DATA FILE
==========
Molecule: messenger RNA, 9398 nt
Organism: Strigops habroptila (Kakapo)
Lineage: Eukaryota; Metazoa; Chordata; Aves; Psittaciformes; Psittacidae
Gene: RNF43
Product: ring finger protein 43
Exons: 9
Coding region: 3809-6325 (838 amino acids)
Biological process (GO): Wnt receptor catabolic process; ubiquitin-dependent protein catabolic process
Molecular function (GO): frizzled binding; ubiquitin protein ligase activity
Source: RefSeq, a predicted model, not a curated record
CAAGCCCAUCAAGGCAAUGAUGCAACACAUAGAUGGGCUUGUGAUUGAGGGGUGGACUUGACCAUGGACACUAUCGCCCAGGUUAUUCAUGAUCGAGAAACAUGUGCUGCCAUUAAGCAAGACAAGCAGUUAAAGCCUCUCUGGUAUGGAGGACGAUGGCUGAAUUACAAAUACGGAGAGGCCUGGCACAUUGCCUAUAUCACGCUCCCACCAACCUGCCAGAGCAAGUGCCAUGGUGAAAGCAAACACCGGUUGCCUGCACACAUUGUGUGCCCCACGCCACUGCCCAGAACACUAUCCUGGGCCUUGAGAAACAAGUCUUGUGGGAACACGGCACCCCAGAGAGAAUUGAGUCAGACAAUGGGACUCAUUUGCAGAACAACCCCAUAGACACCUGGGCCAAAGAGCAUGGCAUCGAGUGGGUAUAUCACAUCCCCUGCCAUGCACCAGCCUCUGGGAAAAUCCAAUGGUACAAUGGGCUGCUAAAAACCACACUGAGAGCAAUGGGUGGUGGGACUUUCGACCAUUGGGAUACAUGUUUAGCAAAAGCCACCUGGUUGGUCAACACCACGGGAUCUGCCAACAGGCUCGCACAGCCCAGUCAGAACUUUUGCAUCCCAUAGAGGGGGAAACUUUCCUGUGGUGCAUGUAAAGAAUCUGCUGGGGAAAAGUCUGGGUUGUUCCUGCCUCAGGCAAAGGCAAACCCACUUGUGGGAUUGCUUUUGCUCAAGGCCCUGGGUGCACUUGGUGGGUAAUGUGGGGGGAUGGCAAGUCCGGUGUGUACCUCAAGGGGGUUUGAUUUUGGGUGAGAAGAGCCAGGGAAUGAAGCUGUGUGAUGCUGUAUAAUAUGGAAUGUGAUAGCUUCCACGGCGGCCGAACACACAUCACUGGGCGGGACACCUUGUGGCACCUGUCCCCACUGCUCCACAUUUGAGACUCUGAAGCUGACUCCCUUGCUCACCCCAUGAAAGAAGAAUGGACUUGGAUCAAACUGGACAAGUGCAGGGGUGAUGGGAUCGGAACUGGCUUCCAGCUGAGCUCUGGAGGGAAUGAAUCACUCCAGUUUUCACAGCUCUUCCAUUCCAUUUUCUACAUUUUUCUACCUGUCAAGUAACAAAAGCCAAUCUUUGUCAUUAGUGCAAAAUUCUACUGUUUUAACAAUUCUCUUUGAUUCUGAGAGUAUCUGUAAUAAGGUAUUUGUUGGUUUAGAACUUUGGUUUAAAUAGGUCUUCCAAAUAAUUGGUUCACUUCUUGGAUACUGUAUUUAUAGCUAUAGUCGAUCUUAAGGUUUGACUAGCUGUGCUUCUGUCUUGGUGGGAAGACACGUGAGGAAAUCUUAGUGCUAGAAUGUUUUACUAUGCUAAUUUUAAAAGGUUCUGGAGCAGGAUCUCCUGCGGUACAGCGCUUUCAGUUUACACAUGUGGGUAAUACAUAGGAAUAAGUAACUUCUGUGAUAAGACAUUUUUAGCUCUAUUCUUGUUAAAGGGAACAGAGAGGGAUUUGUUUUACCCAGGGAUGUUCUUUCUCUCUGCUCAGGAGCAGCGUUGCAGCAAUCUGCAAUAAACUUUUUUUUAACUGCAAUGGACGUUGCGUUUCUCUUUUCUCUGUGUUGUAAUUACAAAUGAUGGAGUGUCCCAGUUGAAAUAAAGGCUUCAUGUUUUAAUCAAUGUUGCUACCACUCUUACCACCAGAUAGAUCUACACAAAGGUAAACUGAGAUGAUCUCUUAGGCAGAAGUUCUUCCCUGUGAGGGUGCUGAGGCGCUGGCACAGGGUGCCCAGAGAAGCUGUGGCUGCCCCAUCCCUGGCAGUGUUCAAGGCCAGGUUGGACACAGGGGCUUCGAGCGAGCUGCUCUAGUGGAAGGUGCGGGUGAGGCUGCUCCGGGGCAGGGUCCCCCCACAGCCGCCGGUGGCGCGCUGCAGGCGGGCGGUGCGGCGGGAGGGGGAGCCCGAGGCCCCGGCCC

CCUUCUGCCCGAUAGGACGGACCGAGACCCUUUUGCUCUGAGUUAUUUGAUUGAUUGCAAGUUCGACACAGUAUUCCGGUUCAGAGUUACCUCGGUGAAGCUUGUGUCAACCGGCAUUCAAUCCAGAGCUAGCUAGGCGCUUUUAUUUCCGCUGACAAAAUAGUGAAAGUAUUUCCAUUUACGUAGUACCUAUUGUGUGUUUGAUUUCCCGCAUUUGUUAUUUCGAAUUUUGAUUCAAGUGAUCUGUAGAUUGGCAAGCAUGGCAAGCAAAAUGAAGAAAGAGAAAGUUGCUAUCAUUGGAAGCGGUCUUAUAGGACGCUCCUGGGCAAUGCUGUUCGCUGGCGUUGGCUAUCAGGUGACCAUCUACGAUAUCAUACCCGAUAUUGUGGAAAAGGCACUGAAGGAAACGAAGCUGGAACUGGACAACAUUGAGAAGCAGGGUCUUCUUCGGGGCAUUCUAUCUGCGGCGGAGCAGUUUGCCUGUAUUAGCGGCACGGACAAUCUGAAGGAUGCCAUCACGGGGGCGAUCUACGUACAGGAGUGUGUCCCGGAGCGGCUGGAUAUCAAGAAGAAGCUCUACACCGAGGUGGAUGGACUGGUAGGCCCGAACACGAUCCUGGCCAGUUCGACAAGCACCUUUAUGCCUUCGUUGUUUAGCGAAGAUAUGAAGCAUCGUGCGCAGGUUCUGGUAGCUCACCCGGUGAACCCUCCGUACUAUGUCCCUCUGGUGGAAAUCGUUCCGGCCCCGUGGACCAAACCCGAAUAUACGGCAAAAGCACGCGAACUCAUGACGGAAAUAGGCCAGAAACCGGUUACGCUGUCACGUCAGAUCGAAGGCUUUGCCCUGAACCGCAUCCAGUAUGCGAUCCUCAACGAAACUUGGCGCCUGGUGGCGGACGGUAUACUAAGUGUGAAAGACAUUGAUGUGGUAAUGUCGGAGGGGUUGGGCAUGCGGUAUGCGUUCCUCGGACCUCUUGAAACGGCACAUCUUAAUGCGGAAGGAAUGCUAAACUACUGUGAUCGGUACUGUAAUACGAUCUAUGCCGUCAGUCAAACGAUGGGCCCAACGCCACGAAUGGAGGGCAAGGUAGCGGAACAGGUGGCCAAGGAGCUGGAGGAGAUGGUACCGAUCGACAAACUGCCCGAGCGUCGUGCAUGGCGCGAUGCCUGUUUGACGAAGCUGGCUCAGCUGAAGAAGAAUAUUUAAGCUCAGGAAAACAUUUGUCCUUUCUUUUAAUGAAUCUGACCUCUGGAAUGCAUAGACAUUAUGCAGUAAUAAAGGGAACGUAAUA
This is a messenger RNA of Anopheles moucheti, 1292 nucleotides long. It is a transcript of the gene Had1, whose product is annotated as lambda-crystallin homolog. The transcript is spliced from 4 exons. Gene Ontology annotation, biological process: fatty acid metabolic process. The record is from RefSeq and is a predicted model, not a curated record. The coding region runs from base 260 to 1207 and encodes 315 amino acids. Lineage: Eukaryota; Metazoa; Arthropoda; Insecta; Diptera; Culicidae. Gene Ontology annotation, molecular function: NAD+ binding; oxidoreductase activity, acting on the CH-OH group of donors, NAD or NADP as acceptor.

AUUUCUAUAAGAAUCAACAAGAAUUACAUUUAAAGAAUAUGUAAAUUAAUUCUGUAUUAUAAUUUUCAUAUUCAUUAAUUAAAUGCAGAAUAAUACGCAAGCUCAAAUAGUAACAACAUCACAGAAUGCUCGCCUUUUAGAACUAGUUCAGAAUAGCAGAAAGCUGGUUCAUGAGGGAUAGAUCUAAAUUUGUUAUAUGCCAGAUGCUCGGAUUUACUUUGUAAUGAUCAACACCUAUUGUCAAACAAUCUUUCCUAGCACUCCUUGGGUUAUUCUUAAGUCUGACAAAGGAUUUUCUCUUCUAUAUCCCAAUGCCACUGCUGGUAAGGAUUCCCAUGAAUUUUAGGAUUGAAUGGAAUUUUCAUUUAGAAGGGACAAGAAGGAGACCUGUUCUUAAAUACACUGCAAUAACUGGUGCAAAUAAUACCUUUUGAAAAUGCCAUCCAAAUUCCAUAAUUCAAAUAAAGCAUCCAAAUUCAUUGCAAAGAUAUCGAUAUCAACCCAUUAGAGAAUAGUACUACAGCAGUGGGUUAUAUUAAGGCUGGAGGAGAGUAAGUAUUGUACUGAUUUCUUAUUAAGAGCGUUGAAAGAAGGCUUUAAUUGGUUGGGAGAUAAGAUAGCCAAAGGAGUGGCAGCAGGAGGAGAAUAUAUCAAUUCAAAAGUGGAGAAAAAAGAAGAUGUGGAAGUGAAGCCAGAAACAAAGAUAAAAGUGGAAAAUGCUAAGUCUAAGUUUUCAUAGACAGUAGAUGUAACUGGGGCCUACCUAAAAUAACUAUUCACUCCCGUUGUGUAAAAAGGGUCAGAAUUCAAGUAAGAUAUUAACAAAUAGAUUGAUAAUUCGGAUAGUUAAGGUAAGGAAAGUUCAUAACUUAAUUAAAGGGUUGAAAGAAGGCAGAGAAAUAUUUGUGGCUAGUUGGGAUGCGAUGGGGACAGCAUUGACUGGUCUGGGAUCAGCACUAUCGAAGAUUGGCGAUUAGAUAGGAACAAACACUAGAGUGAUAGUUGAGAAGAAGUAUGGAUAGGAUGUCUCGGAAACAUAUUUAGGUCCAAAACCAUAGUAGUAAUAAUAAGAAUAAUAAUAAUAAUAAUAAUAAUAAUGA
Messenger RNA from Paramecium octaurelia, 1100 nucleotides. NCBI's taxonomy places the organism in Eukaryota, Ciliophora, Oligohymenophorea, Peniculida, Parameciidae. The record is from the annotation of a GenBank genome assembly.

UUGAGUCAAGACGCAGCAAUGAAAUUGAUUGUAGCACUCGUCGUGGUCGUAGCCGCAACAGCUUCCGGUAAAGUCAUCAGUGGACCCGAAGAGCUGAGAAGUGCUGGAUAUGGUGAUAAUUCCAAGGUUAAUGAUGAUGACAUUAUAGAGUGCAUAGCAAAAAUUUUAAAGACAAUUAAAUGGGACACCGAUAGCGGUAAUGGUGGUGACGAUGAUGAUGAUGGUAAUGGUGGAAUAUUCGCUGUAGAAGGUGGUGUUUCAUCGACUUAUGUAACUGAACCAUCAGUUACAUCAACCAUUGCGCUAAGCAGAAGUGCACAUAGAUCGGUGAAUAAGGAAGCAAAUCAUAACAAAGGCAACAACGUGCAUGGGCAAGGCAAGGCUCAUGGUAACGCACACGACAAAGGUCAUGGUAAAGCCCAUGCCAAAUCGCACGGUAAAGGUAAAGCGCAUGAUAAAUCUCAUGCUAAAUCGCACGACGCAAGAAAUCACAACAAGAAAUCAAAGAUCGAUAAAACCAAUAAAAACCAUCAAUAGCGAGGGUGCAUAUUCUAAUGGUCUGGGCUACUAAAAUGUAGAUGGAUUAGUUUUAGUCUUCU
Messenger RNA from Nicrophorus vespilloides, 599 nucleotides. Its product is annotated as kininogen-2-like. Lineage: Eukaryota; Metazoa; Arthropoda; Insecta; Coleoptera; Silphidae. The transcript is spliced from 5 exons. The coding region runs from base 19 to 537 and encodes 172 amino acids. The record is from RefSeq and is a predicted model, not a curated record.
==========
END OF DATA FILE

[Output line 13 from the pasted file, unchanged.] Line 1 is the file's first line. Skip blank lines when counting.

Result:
This is a messenger RNA of Anopheles moucheti, 1292 nucleotides long. It is a transcript of the gene Had1, whose product is annotated as lambda-crystallin homolog. The transcript is spliced from 4 exons. Gene Ontology annotation, biological process: fatty acid metabolic process. The record is from RefSeq and is a predicted model, not a curated record. The coding region runs from base 260 to 1207 and encodes 315 amino acids. Lineage: Eukaryota; Metazoa; Arthropoda; Insecta; Diptera; Culicidae. Gene Ontology annotation, molecular function: NAD+ binding; oxidoreductase activity, acting on the CH-OH group of donors, NAD or NADP as acceptor.